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The offensive line and making the difference

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For all the fanfare the skill players at Oregon get the offensive and defensive lines are the units that will determine whether Oregon is a championship team.

Steve Dykes

The spread offense really brings football back to its fundamentals.  The offense requires defenses to tackle in space, forces people to be in shape, and stresses thinking quickly while winning one-on-one matchups.  For most of Oregon's opponents the skill positions are overwhelming.  When elite teams are met, the fundamentals and execution on both the offensive and defensive line are exposed.

Today, the most valuable players in the sport other than quarterback are the people on both lines.  The speed that the SEC talks endlessly about isn't at the skill positions alone.  Speed is on the offensive and defensive lines.  Players that weigh more than 300 pounds but can still run to catch up with scrambling quarterbacks and running backs cutting back are the difference makers.  Lines that can block interior running plays and pull to the outside to pin linebackers and create a seal are the most dynamic and powerful players in the sport.

Oregon has long preferred "bullets over bowling balls."  Fans have rationalized the use of offensive linemen that don't reach 300 pounds by saying that their speed makes up for it.  However, in games against top talent, it is clear that linemen need superior speed and strength.  To beat 120 of the 125 teams in college football Oregon is totally fine.  But to beat those last five or so teams requires Oregon to play on the lines in a way that they haven't.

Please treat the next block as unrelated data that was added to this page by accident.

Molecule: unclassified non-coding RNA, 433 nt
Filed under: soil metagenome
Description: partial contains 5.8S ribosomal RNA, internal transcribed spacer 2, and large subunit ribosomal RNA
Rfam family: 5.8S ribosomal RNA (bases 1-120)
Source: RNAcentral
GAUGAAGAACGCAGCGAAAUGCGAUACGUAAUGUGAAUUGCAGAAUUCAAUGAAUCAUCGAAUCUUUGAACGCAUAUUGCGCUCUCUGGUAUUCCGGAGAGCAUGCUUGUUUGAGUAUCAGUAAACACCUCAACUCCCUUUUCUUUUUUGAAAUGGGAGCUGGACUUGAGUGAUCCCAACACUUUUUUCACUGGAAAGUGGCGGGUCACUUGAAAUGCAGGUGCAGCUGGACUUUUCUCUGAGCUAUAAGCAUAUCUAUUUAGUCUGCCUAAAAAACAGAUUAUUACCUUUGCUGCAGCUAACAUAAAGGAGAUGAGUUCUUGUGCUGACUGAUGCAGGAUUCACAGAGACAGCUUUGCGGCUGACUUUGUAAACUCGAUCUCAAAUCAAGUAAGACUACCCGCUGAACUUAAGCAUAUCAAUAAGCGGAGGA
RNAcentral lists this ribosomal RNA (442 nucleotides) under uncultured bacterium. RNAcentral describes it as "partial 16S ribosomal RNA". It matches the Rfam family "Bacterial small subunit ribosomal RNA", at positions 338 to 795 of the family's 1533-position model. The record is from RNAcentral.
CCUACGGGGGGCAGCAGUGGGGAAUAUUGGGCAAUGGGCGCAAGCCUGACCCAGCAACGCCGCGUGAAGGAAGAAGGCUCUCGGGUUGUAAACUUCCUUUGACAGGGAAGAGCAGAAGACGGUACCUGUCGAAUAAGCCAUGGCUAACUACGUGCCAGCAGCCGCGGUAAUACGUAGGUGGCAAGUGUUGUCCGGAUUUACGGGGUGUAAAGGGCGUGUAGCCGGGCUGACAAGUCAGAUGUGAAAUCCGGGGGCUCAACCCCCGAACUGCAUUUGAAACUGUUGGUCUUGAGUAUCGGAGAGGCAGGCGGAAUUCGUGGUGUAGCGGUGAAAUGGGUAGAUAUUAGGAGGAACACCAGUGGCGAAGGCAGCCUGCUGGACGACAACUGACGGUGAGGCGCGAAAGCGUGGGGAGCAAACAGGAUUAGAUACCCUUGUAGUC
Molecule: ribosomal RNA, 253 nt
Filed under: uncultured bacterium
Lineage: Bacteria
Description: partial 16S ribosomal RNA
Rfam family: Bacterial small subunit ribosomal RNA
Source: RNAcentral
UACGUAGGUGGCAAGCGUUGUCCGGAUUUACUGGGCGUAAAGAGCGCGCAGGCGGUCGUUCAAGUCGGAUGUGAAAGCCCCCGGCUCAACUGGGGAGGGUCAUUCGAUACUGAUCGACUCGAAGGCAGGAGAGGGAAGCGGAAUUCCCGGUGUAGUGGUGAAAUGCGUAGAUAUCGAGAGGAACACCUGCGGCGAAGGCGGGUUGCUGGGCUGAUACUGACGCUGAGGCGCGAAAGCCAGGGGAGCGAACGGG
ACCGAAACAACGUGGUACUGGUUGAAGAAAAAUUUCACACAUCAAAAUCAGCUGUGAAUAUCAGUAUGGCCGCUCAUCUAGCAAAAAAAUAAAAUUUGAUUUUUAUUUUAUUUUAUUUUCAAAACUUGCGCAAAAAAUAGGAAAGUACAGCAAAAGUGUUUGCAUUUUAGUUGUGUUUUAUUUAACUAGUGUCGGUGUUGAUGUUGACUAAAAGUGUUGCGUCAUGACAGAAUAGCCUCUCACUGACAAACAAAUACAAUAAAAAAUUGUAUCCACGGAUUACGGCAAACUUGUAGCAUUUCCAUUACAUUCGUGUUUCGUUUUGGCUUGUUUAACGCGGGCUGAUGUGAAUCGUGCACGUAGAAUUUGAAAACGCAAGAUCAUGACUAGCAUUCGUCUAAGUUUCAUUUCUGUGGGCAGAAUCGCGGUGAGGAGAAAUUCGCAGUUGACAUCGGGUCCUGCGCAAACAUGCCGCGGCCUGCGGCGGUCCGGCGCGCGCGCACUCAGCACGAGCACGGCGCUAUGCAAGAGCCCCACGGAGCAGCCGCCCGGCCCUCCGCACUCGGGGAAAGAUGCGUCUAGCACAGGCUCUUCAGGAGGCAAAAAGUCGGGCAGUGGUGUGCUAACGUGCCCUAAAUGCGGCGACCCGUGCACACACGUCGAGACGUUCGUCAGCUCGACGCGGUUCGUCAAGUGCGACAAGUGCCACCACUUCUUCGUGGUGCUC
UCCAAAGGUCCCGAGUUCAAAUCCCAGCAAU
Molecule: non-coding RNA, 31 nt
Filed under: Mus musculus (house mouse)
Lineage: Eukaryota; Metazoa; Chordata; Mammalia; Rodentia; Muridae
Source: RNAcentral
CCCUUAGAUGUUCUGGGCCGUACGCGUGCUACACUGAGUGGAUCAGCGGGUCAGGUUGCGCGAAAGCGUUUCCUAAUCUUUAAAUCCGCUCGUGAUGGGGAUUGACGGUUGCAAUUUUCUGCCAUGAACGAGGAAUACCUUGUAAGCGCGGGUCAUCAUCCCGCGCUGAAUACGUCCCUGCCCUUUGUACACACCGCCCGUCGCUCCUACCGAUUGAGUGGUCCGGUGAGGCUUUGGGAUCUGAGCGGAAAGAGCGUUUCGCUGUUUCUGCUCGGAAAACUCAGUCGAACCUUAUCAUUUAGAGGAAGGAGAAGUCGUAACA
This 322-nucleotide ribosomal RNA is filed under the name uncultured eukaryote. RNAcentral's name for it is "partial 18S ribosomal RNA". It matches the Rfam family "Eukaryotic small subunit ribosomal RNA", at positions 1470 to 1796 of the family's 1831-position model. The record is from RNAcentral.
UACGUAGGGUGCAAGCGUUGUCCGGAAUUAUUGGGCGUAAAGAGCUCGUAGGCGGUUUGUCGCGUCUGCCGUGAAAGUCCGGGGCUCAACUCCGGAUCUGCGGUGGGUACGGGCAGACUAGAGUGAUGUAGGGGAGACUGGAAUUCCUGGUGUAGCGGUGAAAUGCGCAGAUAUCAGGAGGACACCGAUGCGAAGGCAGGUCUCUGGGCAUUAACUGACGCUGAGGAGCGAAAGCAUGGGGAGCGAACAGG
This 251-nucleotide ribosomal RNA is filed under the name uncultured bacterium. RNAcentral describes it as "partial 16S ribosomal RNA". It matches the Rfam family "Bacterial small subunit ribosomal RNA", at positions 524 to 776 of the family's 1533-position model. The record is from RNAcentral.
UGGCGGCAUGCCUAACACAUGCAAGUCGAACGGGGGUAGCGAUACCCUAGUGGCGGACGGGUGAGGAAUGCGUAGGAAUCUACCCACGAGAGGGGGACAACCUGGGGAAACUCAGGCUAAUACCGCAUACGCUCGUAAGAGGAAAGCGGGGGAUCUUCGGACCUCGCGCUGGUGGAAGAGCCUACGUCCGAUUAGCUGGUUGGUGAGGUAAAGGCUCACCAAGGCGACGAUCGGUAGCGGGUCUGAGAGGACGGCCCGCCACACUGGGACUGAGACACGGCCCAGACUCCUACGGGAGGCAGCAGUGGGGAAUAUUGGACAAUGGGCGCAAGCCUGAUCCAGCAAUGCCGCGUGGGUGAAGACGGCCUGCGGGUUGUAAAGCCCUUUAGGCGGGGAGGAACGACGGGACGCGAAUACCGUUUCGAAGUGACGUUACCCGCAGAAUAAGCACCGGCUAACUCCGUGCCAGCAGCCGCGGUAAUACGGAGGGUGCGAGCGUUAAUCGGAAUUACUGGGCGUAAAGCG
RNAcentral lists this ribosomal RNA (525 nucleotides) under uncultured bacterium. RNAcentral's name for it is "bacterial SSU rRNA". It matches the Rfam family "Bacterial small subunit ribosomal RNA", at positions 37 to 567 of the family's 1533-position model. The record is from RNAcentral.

This offseason adding functional size was one of the main goals of the strength and conditioning program.  Players came into fall camp heavir, and notably bigger, while still maintaining their athleticism.  Contrary to popular belief, adding size doesn't mean that someone slows down.  (Insert fat LMJ meme here)  The weight added by everyone in the program will be seen in speed, strength, acceleration, and in trucking abilities.

Players like freshman Austin Maloata could be leading the way in a new age of Oregon linemen: buffet busters who can get in the backfield and plow over defenders in the second level.  It's not very often you see a player who weighs 313 pounds as a freshman and is praised for having a "high motor" out of high school.

With Armstead, Buckner, Washington, and Balducci on the defensive front Maloata can have an impact.  Already making waves on the practice reports provided by goducks.com, Maloata is hopefully a greater symbol of elite athleticism and size on the line.

Hroniss Grasu leads a group of offensive linemen who are being heralded as one of the best units in the country.  Will they have the strength and push to create running lanes between the tackles on the same level as the running lanes on the edges they create using their speed?

For the majority of the games the play of Mariota, the running backs, and the secondary will be enough to decide the game.  But in the games that matter the most, against elite teams, the play of the line will be the make or break aspect of the game.  If the lines take care of business then the skill players can roam free and make plays.  The better the line play, the easier it is on everyone else.  When the line dominates the athleticism and strategy used by the skill players can pull the team away for a win.  If the lines don't play well then nothing else really matters.

The players that we've listed on the offensive and defensive lines are so close to making the jump.  The emphasis in the off-season seems to have addressed the issues that needed the most attention.  As much praise as the skill players get the linemen are really the thankless players that make the biggest difference.